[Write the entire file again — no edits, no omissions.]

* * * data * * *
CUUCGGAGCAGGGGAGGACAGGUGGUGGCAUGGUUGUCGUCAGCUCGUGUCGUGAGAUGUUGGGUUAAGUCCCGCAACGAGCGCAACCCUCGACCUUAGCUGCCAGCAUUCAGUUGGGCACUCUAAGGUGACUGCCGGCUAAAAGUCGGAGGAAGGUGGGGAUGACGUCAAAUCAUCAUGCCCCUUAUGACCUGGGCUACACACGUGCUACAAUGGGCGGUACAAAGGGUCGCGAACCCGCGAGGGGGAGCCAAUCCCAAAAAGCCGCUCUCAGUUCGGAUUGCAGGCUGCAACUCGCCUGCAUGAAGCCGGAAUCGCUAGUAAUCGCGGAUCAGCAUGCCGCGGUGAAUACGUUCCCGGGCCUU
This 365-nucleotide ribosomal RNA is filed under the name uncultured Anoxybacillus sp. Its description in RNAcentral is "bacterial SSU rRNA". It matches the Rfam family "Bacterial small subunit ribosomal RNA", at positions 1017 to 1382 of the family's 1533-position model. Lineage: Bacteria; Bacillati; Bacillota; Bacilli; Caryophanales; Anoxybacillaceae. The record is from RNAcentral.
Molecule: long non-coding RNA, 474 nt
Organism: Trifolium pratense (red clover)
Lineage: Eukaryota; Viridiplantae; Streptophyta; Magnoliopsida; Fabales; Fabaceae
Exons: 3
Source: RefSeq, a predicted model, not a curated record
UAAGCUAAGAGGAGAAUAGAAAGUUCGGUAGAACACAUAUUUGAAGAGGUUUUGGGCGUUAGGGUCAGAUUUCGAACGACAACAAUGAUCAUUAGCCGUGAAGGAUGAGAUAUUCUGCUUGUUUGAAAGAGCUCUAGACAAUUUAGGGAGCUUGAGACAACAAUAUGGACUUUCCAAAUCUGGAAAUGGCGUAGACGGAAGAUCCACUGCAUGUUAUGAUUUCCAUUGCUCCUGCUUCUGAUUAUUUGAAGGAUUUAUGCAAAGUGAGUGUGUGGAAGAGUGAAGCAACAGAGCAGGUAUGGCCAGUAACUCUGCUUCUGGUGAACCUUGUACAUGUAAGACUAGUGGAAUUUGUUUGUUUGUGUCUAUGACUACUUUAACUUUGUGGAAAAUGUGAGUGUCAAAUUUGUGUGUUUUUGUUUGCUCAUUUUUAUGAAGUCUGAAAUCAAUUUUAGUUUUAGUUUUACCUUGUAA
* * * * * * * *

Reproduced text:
CUUCGGAGCAGGGGAGGACAGGUGGUGGCAUGGUUGUCGUCAGCUCGUGUCGUGAGAUGUUGGGUUAAGUCCCGCAACGAGCGCAACCCUCGACCUUAGCUGCCAGCAUUCAGUUGGGCACUCUAAGGUGACUGCCGGCUAAAAGUCGGAGGAAGGUGGGGAUGACGUCAAAUCAUCAUGCCCCUUAUGACCUGGGCUACACACGUGCUACAAUGGGCGGUACAAAGGGUCGCGAACCCGCGAGGGGGAGCCAAUCCCAAAAAGCCGCUCUCAGUUCGGAUUGCAGGCUGCAACUCGCCUGCAUGAAGCCGGAAUCGCUAGUAAUCGCGGAUCAGCAUGCCGCGGUGAAUACGUUCCCGGGCCUU
This 365-nucleotide ribosomal RNA is filed under the name uncultured Anoxybacillus sp. Its description in RNAcentral is "bacterial SSU rRNA". It matches the Rfam family "Bacterial small subunit ribosomal RNA", at positions 1017 to 1382 of the family's 1533-position model. Lineage: Bacteria; Bacillati; Bacillota; Bacilli; Caryophanales; Anoxybacillaceae. The record is from RNAcentral.
Molecule: long non-coding RNA, 474 nt
Organism: Trifolium pratense (red clover)
Lineage: Eukaryota; Viridiplantae; Streptophyta; Magnoliopsida; Fabales; Fabaceae
Exons: 3
Source: RefSeq, a predicted model, not a curated record
UAAGCUAAGAGGAGAAUAGAAAGUUCGGUAGAACACAUAUUUGAAGAGGUUUUGGGCGUUAGGGUCAGAUUUCGAACGACAACAAUGAUCAUUAGCCGUGAAGGAUGAGAUAUUCUGCUUGUUUGAAAGAGCUCUAGACAAUUUAGGGAGCUUGAGACAACAAUAUGGACUUUCCAAAUCUGGAAAUGGCGUAGACGGAAGAUCCACUGCAUGUUAUGAUUUCCAUUGCUCCUGCUUCUGAUUAUUUGAAGGAUUUAUGCAAAGUGAGUGUGUGGAAGAGUGAAGCAACAGAGCAGGUAUGGCCAGUAACUCUGCUUCUGGUGAACCUUGUACAUGUAAGACUAGUGGAAUUUGUUUGUUUGUGUCUAUGACUACUUUAACUUUGUGGAAAAUGUGAGUGUCAAAUUUGUGUGUUUUUGUUUGCUCAUUUUUAUGAAGUCUGAAAUCAAUUUUAGUUUUAGUUUUACCUUGUAA